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Home > SIL Passed - Legal Connundrum

SIL Passed - Legal Connundrum

July 3rd, 2017 at 02:56 pm

SIL passed this morning around 4:30 a.m.

We had spent most of Sunday at her home ... she was ready to go. Her body was pretty much shutting down when we left.

Today we have been making phone calls and figuring out the next steps.

As we were at her long time partners home discussing the memorial service, we found out that she had never finalized her divorce from her second husband.

This husband is incarcerated in the state pen for murder - for life.

This throws a big monkey wrench into everything and none of us are sure how to proceed. (Definitely not the way one person suggested - just not notifying the incarcerated husband!)

Of course this happens on a holiday weekend so we can't talk to anyone.

She didn't leave a will, so my DH was taking on the executor details himself (with my help) but now that we know she is still legally married. ... We just don't know what to do.

Is her son still legally able to consent to her being cremated? Will the money in her account, plus her delayed disability money from the railroad go automatically to the incarcerated husband? Would we be in trouble if we used some of it to pay for the cremation and memorial expenses?


DH is pretty upset right now. His sister knew the end was coming for at least the past year. She had time to get all of this figured out. To make her wishes known. But instead she hid how serious it was from everyone except her partner.

18 Responses to “SIL Passed - Legal Connundrum”

  1. creditcardfree Says:

    I'm so sorry for your loss. I would think the next available kin should be able to consent to the cremation. It's not like the ex husband is really available to make decisions. Usually when prisoners are incarcerated they need to give power of attorney to someone to deal with matters while they are unable. But of course, I am no expert.

  2. Out of the Dark Says:

    In my line of work, lawyers are the best and the worst allies. I would strongly suggest retaining an estate attorney no matter what the cost. Legal missteps could cost much more than loss of sleep in the future. Inquire about the estate covering any legal fees. And of course, may God bless you and yours at this difficult time.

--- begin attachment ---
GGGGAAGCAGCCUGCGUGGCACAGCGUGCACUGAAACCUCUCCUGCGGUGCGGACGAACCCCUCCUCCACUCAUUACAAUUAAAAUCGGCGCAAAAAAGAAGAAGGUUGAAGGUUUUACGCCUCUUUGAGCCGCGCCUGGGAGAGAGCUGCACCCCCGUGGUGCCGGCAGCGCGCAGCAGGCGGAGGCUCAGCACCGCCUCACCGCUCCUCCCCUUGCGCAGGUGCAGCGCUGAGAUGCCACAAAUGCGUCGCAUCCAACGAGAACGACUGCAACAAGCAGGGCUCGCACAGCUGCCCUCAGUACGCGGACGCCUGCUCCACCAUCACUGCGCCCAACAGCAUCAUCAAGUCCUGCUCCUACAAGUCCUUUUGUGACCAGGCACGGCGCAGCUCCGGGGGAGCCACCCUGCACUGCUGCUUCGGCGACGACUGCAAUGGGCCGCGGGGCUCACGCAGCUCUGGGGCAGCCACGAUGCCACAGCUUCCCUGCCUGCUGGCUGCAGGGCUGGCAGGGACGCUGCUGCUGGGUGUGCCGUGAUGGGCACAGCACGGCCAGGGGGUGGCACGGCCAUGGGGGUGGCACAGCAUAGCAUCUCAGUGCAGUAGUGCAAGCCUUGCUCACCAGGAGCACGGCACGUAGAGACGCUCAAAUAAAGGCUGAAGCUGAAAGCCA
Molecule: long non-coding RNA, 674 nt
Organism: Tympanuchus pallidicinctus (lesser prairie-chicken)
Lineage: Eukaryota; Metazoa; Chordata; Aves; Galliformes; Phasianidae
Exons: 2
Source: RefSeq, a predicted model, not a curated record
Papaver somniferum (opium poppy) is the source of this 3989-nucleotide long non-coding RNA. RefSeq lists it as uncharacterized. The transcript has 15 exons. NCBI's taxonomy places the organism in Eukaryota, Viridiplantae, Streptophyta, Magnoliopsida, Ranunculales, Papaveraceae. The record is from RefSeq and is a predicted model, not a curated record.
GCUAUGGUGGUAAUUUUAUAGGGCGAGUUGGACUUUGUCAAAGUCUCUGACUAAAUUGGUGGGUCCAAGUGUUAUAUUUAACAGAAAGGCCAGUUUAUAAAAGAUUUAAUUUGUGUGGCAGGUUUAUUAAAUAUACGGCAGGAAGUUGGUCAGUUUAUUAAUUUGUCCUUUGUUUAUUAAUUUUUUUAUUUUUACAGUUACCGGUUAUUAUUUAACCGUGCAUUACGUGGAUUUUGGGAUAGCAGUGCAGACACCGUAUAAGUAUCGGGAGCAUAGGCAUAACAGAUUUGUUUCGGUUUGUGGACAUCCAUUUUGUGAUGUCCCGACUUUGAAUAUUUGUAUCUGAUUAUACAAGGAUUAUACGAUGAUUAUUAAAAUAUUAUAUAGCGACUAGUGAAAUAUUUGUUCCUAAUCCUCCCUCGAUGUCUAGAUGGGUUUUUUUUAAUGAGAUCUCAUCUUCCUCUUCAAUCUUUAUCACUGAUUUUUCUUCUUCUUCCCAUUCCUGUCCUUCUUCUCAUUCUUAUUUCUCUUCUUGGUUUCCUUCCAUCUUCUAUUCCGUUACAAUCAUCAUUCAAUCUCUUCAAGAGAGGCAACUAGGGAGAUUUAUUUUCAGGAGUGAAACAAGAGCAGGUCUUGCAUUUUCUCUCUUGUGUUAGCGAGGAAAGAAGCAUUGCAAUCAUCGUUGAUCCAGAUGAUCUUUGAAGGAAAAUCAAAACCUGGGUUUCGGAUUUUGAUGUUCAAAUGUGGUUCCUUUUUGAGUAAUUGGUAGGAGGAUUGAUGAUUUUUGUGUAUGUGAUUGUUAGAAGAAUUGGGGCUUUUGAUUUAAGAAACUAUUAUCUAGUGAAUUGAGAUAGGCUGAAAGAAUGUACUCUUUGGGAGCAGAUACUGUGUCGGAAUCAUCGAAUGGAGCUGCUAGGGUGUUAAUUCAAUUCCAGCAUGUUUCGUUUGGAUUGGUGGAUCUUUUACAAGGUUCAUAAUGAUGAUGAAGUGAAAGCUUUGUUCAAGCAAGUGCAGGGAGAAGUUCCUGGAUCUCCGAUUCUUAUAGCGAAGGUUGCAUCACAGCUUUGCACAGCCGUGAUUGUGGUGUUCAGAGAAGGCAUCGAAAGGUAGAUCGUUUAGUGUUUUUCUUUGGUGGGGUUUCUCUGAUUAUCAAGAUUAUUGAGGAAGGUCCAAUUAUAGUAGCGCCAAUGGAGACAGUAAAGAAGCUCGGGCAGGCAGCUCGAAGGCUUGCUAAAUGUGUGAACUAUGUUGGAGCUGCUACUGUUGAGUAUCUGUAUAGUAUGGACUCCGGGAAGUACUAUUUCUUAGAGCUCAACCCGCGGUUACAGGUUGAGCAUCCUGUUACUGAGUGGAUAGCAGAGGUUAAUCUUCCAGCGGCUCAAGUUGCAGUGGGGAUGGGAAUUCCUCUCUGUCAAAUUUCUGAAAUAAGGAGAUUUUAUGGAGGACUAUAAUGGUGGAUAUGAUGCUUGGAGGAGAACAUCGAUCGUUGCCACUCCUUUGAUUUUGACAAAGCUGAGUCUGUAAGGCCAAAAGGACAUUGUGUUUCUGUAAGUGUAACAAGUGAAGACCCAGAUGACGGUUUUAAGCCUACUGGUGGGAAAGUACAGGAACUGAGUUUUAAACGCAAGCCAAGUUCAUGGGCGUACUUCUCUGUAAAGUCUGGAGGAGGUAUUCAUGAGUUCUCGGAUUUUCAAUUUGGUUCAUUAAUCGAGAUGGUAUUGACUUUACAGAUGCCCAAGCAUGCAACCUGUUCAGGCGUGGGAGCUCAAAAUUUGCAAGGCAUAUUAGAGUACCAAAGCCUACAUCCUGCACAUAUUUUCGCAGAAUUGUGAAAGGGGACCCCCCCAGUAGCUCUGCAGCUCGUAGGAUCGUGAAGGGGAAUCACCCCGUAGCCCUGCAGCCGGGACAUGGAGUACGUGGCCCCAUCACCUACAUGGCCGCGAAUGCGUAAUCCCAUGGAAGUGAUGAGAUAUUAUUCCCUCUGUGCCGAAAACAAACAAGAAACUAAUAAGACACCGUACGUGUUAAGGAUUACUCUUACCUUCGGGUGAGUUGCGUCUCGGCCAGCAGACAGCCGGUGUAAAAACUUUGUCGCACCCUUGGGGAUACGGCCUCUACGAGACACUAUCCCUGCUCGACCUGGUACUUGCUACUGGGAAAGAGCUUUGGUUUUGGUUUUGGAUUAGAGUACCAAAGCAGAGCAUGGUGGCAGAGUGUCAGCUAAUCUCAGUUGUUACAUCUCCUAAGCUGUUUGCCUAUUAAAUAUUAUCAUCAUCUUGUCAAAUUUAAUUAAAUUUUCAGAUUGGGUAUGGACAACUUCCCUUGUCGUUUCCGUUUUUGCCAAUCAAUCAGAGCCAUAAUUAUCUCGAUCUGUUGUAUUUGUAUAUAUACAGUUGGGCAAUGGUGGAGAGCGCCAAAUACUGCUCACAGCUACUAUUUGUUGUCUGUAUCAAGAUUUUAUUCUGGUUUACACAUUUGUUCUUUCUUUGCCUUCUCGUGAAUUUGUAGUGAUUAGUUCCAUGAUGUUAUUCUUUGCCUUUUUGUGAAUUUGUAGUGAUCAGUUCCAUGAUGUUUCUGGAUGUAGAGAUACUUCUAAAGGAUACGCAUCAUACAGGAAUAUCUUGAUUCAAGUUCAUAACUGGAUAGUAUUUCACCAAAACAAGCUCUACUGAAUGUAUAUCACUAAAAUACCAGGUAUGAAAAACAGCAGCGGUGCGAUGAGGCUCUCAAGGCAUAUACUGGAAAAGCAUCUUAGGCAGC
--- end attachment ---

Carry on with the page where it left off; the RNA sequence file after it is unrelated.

3. VS_ozgirl Says:

    I'm so sorry for your loss and the difficulty which now surrounds you and DH. All you can do is the best you can to honour her memory without dwelling on why she didn't organise her affairs correctly. I'm hoping that the money in the account goes first to the funeral expenses and then the remaining amount distributed. Good luck with it all.

  4. Carol Says:

    I am so sorry that you have to deal with this in the middle of your sorrow. My sympathy to you and your husband.

  5. snafu Says:

    Condolences, this is all so upsetting. We are all here offering support in a safe environment.

    Do income tax documents give any clues of status? Would old police records reveal whether there was a Power of Attorney? Was it ever revoked? Can his holding institution offer any help?

  6. Dido Says:

    So sorry for your loss. Agree with the above: executors are PERSONALLY liable, so worth the cost to hire an attorney. In terms of creditors owed, this comes high in the list and if she had any assets, it should be covered. Again, condolences.

  7. Susan Hurd Says:

    I am so sorry to hear that you and your hubby are left trying to sort this out. The following information is based on personal experiences and not to be misconstrued as legal advice as I am not an attorney.

    -Small estate affidavits typically can't be filed ( here in WA it is done at the local courthouse)for 30 days after death and require a certified copy of the death certificate.

    -When it is available, request at least 4 certified copies of the death certificate- every place will need it-some places will just take a copy and hand you back the original but some will retain an original.

    -Her bank accounts- at this point the bank should be notified but they will need the above-mentioned death certificates-typically-also did she have a safe deposit box? Wherever that box is may have different requirements on how to access/close it...Also- at this point NOBODY should be writing /signing checks on her account as it was owned only by her and she is deceased...

    - Her disability benefits- you would need to find/contact the administrator of those and find out what documentation is needed....If these benefits were from a while ago, her husband "might" be entitled to that money-It depends if there is a beneficary...